“Seasoned veterans are producers who have been around long enough to have developed relationships with key network executives,” he continues. “As such, there is no substitute for experience, no shortcut to becoming a seasoned veteran. Know the market. Do the homework necessary."

As the market becomes more global, the programming seems to be more similar. Booth after booth peddled programs about storms, medical emergencies, secrets and the biggest, greatest or oddest anything. These programs are out there because they’re relatively easy and inexpensive to produce, they’re dramatic and they translate and sell well over different territories. There’s an appetite for reality programming, even if it is recycled. One week you could be watching a segment on spy satellites or cloning on 60 Minutes, and the next week you could see different versions of the same two stories on Forbidden Secrets, a new series slated to air on PAX. Of course, there are just as many,

if not more, unique and dramatic stories that can be made into documentaries. To get any story made or sold, you have to have the right pitch.

Robert Cosgrove of Merv Griffin Entertainment pointed out at a panel discussion on pitching that it’s a good idea to do the homework in terms of finding and pitching any idea to see if it’s all that you perceive it to be. “The first big mistake that everybody can make at one time or another is to get so excited about your idea, do so much work in a preliminary way and then find out there are 50 versions of your idea already out there,” he emphasizes. “At least explore whether anybody even likes your idea first with a few preliminary meetings with an agent or a production company."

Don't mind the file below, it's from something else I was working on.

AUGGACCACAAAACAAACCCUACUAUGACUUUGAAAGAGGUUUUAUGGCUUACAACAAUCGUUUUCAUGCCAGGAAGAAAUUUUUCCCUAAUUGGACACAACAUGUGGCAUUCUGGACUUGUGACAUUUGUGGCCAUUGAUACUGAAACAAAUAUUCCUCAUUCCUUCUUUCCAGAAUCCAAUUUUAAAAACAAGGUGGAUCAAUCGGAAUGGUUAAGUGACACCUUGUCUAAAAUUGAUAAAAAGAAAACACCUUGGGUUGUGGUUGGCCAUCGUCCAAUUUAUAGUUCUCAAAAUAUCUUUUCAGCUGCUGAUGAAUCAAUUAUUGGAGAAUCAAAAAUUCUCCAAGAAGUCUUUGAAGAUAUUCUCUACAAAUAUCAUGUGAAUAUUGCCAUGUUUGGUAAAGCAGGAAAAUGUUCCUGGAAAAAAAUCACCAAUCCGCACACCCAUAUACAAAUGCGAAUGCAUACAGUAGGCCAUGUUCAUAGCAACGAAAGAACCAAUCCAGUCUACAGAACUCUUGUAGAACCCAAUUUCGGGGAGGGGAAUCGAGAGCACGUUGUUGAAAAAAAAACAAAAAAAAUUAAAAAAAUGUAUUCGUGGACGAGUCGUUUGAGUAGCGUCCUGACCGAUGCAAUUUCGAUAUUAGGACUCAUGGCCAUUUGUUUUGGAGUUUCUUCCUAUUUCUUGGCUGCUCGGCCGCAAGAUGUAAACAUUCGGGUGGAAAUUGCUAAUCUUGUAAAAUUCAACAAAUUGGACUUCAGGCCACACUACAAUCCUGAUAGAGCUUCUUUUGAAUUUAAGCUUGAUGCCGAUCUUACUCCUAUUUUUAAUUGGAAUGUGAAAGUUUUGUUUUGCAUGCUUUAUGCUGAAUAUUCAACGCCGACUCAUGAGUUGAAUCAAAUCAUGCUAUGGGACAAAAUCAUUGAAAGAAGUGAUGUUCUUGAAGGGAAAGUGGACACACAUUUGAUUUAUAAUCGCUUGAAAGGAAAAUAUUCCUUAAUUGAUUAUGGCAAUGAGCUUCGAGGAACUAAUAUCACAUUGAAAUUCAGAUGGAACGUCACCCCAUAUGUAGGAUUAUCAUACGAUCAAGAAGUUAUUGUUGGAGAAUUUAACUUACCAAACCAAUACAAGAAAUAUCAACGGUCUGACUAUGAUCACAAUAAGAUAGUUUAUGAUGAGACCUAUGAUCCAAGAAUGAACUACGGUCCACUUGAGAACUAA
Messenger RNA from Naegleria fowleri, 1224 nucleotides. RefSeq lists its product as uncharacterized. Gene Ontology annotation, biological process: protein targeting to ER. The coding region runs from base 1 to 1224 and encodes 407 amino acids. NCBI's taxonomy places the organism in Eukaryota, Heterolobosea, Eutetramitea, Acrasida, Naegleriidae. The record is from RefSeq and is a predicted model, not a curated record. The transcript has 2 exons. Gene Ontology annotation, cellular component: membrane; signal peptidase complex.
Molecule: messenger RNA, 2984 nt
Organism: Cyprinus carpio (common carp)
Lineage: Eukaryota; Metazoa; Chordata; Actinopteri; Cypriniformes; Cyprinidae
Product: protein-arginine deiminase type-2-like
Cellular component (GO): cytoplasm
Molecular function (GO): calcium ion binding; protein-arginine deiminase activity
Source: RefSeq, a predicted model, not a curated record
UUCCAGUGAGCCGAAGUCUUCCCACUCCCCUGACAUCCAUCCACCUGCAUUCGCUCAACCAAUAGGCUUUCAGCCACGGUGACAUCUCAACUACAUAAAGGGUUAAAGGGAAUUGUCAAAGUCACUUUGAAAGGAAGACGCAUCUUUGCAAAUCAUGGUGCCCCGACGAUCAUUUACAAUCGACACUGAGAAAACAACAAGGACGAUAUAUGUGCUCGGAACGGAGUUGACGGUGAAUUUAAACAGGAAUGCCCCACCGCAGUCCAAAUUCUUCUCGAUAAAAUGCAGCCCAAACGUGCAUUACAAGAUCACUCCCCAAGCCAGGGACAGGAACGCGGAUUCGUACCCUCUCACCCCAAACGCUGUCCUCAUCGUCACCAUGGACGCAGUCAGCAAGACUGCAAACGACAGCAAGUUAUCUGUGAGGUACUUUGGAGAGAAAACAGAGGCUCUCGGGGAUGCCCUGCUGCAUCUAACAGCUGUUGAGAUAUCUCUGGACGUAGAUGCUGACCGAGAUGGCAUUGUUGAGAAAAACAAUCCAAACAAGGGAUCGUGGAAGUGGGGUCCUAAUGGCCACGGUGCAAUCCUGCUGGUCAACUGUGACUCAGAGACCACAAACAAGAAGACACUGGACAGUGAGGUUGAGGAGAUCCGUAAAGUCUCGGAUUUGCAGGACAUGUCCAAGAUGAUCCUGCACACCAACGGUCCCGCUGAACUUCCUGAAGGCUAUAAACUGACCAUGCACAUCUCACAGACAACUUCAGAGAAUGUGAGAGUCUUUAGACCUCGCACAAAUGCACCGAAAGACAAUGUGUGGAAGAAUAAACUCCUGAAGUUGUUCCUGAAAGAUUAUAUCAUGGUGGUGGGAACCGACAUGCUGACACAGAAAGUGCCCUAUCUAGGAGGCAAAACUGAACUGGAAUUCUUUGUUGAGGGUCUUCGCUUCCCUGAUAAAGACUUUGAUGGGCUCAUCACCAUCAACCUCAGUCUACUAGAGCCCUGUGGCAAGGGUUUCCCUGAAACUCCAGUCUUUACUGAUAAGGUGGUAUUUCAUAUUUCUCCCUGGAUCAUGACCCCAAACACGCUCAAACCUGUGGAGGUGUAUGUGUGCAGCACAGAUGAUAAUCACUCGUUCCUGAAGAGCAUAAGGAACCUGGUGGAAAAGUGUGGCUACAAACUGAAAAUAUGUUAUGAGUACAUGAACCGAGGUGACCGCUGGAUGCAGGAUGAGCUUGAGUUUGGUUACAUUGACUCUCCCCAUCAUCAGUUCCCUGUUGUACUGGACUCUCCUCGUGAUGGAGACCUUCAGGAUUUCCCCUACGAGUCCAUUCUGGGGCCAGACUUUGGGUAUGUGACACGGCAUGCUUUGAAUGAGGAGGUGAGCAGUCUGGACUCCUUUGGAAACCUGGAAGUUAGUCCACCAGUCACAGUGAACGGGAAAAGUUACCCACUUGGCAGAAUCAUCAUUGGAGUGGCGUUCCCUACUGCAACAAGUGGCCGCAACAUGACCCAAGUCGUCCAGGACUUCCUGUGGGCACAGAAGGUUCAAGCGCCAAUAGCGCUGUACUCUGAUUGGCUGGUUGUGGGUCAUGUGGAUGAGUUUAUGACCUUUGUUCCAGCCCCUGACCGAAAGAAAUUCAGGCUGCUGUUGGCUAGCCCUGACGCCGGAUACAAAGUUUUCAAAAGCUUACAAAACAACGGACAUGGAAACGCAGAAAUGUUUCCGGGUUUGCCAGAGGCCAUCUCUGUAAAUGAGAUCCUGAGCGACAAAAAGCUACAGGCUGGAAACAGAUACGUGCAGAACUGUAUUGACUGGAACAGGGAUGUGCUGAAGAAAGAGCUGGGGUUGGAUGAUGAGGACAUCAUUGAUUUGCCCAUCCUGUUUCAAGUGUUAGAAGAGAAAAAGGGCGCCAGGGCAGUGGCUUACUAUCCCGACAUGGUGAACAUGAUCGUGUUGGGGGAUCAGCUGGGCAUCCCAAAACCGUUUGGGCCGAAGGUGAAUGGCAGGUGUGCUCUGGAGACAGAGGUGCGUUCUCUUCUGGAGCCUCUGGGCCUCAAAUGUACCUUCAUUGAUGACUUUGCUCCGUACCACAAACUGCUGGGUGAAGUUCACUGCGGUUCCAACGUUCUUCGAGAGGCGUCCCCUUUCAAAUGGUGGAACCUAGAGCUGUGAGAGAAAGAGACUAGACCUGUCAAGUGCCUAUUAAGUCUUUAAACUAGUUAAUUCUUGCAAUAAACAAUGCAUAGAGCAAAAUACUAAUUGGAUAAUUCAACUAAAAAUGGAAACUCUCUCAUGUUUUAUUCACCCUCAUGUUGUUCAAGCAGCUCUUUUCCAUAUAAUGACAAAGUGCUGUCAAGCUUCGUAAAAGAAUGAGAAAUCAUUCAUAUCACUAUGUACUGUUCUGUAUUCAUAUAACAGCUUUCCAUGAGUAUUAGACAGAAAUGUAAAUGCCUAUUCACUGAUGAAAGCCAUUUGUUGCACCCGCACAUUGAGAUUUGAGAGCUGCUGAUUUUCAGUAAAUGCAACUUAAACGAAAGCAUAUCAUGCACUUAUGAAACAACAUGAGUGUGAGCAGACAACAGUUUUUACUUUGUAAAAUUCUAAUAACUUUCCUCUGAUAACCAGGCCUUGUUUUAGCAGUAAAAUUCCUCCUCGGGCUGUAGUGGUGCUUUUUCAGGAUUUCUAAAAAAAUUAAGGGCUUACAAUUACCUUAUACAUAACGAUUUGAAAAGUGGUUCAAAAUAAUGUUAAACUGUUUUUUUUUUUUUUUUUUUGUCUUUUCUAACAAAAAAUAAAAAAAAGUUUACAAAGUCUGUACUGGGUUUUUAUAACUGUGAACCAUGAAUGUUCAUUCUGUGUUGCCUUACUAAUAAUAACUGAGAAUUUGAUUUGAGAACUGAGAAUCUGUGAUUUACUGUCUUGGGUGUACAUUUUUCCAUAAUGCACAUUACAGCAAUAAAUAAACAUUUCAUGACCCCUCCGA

The Looming Strike

The looming Writers Guild and Screen Actors Guild strikes may be an additional boon to the business of reality television, as shows like The Mole, Survivor II and Who Wants to be a Millionaire? have proved their popularity. Broadcasters are looking to fill programming slots with reality content, and they will be looking to the independent producer for programs. IDA Trustee Steven Rosenbaum, CEO of CameraPlanet.Com/BNNtv, put things in perspective: “The strike is a complicated emotional quandary for reality producers. On one hand, certainly opportunities will arise from it; on the other hand, the reason there's a strike looming is because there are inequities for the creative community that need to be resolved. So I support the spirit of fair play for creative work, and I think that we need to address the issues that both the WGA and SAG are raising."

Owning Your Show vs. Commissions

Producers are still faced with difficult issues regarding financing and owning documentary product, even as the demand for reality product seems to be increasing. “I would think the future is bright for reality producers, strike or no strike,” Janson observes. “The genre has proved itself as a ratings winner, and the programming is inexpensive. But this doesn't necessarily translate into good news for independents, because the studios and majors will want to own the franchises themselves, as with every other nonfiction genre on television today.